"Without Barry in the lineup, I still believe we have enough to win," said reliever Rich Rodriguez.
Said second baseman Jeff Kent, "Our makeup is different, but we're still a threat."
Maybe. The Giants, 13-7 through Sunday, think they're playoff bound with yooouuuur starting leftfielder, Stan Javier! There may be no Yankees or Indians set for a runaway in the National League West, but three teams in the division (the Diamondbacks, the Dodgers and the Rockies) boast deeper staffs than San Francisco's and payrolls at least $10 million higher than Giants' $44.9 million. Beating all three without Bonds would be quite a feat.
San Francisco manager Dusty Baker has openly fretted about making up for Bonds's all-but-certain .300-35-100 line, calling the situation "the largest challenge I've faced." Jerk or not, Bonds has value that goes beyond the three-run dinger and his stellar defensive play. Batting in the number 3 spot, he guaranteed mat shortstop Rich Aurilia, the regular second hitter, saw good pitches. Through week's end, Aurilia, who batted .408 before Bonds's injury, was just 4 for 26. "Bonds is a presence," says Jerry Spradlin, a newly acquired righthanded reliever. "There are guys in every lineup you never want to see. He's one."
Baker doesn't expect Javier and rookie outfielder Armando Rios to make up for Bonds's absence. He knows the Giants will have to find new ways to score. "We'll mix and match, play with lineups, experiment," he says. What he's hoping is that some of his starting pitchers regain their form of recent seasons and others mature quickly. San Francisco hasn't had a bona fide No. 1 starter since righthander John Burkett in 1993. Then, on a balanced club with 103 wins, it didn't matter so much. Now, without Bonds, it does.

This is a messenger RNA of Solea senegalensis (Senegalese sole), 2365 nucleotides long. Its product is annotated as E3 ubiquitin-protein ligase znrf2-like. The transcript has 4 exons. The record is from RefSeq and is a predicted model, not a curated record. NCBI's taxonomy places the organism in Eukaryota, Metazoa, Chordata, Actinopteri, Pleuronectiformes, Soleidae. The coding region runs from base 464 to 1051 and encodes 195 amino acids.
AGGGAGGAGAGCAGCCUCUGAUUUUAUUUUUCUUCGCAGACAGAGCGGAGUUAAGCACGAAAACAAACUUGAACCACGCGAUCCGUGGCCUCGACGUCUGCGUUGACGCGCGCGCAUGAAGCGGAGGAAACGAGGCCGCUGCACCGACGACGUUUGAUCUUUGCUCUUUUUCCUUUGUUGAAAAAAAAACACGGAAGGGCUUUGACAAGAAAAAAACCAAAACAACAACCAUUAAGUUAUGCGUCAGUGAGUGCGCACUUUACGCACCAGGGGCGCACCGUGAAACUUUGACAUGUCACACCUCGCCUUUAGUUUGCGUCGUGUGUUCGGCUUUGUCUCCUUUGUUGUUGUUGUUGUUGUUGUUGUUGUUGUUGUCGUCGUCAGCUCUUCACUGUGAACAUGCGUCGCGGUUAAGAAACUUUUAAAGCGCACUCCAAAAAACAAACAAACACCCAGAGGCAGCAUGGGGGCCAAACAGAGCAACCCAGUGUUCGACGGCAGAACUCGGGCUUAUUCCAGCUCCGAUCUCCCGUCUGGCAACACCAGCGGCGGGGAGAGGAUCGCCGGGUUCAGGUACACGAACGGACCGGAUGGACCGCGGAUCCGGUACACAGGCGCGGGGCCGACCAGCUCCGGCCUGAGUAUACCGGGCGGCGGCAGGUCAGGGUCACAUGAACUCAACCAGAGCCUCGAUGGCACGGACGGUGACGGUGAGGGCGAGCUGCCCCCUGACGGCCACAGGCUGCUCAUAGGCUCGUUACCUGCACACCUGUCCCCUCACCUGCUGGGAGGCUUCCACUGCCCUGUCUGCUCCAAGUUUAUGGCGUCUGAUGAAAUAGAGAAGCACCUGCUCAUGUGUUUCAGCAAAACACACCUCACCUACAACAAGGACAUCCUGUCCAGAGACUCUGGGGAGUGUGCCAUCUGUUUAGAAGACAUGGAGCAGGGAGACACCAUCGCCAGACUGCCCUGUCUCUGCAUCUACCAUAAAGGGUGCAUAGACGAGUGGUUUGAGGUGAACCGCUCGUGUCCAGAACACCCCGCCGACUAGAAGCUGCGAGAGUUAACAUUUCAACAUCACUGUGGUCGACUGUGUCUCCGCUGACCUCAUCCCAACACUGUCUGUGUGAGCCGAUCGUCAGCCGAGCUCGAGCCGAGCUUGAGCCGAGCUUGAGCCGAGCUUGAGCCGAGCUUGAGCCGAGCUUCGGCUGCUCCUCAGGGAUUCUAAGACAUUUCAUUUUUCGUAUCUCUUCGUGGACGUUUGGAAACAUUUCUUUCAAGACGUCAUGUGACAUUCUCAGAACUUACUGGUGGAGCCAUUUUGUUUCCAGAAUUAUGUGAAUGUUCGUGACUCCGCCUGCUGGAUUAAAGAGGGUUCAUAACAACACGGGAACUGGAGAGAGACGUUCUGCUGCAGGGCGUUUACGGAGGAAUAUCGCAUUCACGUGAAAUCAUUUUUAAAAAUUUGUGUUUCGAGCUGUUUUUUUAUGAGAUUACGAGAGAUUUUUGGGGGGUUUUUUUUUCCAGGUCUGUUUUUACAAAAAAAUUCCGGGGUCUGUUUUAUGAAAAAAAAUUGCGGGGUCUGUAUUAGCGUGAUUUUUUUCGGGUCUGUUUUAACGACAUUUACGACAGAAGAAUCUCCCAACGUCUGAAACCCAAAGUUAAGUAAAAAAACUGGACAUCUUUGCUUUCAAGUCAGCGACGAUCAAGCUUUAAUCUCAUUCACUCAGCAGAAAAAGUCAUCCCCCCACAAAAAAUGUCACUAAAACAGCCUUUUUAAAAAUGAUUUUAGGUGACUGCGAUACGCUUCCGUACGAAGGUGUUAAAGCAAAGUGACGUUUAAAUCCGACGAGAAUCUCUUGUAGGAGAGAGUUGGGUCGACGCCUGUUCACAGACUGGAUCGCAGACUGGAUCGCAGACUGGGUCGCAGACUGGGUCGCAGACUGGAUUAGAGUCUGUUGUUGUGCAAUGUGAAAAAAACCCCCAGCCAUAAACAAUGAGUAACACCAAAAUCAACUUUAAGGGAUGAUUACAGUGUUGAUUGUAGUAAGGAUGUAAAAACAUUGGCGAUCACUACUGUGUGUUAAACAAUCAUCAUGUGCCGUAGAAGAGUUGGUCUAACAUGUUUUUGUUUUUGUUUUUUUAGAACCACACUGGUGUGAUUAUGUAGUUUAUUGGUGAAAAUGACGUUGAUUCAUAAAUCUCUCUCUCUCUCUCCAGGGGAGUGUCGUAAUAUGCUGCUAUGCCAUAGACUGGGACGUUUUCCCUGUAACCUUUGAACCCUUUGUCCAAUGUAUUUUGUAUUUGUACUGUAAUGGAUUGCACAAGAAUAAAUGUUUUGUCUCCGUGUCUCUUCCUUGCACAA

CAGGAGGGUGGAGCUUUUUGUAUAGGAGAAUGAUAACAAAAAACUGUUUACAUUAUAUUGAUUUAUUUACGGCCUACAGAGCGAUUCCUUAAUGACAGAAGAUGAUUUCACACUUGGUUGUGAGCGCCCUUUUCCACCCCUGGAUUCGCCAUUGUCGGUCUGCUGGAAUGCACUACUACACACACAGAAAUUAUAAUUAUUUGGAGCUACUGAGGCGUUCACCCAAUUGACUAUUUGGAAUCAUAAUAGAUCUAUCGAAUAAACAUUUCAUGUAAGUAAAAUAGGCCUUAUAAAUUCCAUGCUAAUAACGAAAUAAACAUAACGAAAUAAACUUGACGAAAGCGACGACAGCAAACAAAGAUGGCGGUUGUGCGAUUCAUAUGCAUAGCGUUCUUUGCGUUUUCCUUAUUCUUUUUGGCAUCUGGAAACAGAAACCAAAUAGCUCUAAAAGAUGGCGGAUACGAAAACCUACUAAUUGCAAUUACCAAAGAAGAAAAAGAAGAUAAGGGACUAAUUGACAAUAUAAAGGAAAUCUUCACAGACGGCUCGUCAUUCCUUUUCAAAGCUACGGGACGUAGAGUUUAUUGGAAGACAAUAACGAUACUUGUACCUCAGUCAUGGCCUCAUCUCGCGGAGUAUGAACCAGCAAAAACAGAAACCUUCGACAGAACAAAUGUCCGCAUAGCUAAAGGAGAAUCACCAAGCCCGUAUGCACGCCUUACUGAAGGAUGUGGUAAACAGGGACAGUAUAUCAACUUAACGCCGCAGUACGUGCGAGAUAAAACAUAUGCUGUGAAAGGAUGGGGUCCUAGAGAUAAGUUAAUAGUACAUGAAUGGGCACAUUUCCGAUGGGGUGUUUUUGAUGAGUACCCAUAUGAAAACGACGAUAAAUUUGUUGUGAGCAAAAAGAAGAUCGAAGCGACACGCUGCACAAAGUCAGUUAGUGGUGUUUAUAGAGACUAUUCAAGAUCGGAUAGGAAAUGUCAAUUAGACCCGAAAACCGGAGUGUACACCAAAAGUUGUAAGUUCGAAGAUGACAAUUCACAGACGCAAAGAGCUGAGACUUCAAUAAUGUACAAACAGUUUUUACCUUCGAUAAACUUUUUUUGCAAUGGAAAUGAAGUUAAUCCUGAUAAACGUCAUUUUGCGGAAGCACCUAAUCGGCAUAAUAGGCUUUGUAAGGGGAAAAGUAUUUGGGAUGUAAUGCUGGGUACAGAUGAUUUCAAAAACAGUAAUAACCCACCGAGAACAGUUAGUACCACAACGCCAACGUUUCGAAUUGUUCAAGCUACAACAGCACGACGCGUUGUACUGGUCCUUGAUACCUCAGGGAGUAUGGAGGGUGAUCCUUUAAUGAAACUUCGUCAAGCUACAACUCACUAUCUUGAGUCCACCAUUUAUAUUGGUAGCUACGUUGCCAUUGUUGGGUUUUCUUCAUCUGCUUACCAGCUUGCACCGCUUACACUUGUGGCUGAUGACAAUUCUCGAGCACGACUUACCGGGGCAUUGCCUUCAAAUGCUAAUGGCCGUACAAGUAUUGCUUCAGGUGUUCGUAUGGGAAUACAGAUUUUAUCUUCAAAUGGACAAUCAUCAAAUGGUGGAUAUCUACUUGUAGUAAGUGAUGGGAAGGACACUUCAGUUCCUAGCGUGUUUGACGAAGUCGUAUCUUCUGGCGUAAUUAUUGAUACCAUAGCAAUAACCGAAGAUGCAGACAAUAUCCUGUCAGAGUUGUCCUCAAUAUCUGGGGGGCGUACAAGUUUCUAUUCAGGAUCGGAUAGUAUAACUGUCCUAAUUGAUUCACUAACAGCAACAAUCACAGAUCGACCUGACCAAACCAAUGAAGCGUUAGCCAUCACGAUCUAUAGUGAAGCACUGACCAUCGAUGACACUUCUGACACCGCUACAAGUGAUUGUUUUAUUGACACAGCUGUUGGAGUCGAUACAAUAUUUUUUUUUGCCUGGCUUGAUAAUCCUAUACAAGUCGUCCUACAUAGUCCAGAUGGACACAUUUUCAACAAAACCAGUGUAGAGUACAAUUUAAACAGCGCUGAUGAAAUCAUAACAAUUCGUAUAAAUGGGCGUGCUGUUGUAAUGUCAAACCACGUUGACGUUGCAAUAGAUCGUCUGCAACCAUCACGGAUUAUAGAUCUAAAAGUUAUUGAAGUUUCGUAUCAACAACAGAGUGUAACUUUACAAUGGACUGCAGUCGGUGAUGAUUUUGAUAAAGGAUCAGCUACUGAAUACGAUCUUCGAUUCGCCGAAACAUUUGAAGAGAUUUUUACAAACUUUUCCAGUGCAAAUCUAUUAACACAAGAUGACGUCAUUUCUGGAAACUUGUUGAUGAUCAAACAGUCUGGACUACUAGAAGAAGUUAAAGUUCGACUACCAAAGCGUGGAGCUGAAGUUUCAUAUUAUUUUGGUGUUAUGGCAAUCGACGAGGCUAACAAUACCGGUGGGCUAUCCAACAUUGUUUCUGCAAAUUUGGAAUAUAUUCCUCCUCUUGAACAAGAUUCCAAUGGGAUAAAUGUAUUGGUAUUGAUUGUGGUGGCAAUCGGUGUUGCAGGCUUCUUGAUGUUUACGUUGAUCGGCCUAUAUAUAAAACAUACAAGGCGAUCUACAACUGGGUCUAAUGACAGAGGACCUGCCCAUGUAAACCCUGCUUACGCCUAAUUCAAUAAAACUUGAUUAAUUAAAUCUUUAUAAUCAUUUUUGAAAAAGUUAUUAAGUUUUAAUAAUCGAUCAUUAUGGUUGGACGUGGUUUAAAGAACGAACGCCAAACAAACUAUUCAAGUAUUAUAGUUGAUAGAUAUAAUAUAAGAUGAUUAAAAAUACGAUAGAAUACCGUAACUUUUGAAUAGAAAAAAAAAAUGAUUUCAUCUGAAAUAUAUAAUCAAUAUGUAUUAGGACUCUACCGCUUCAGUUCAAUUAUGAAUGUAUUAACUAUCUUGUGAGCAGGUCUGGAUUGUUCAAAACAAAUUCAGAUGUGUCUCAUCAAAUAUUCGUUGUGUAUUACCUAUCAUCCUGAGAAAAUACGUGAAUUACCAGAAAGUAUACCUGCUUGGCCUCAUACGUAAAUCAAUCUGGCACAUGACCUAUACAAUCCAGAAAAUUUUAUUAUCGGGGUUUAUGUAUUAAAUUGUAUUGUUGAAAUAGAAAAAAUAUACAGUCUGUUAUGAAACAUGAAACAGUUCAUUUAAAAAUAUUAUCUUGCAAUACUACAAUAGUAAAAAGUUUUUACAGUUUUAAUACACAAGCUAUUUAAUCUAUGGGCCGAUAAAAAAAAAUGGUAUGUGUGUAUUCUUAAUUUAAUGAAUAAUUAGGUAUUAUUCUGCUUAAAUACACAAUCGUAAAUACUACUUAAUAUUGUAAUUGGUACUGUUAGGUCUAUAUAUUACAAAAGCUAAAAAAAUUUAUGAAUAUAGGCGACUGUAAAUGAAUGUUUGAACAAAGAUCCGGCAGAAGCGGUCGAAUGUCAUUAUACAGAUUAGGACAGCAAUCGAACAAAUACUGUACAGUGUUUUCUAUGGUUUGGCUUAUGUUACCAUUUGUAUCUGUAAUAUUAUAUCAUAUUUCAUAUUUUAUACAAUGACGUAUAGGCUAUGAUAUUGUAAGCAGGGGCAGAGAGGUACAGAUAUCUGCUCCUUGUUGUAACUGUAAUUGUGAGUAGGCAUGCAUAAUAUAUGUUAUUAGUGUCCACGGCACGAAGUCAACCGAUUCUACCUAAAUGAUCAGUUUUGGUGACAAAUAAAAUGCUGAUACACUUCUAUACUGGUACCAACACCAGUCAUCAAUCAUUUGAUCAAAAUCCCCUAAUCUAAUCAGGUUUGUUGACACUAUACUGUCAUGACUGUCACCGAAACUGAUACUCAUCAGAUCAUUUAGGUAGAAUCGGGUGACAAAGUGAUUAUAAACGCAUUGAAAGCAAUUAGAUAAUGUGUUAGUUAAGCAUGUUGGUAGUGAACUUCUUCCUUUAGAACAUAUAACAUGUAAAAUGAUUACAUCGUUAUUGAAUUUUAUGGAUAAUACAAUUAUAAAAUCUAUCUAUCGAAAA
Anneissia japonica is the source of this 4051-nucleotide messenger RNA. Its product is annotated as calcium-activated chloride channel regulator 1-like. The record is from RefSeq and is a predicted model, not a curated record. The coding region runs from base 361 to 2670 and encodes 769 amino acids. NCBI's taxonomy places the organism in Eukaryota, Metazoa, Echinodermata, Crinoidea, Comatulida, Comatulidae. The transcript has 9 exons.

Through Sunday the Giants' ERA of 5.36 was 15th in the league, nearly 1.2 runs higher than last year's 4.18. Mark Gardner, the lone veteran starter and a 13-game winner last season, is on the DL with an inflamed shoulder. Last year 28-year-old lefthander Kirk Rueter led San Francisco with 16 wins; this season through Sunday he was 1-1 with a 13.50 ERA. Lefthander Shawn Estes, 26, won 19 games two seasons ago, battled a strained shoulder in '98 and has struggled in '99, going 2-1 but with a 5.40 ERA. Against Colorado last Saturday he won despite allowing four runs and five walks in seven innings. Second-year starter Russ Ortiz (2-2, 2.89) and rookie Joe Nathan (1-0, 0.00), both righthanders, have been impressive, but, says catcher Scott Servais, "with young kids, you never know until they're tested. We'll find out how good we can be when we see if these guys maintain it over a long stretch."
Clubhouse indifference notwithstanding, that long stretch has begun.
Comiskey Cell Block
The White Sox' Big Hang-up
At the behest of outfielder Darrin Jackson and pitcher James Baldwin, the White Sox have banned cell phones from their clubhouse before and after games. "Using one is disrespectful to other players," says Baldwin. "Any time you get a chance to talk, you should be talking to other players about baseball."
Infielder Greg Norton, for one, approves of the rule. "I leave my phone in my truck," he says. "You can't get good reception in here anyway."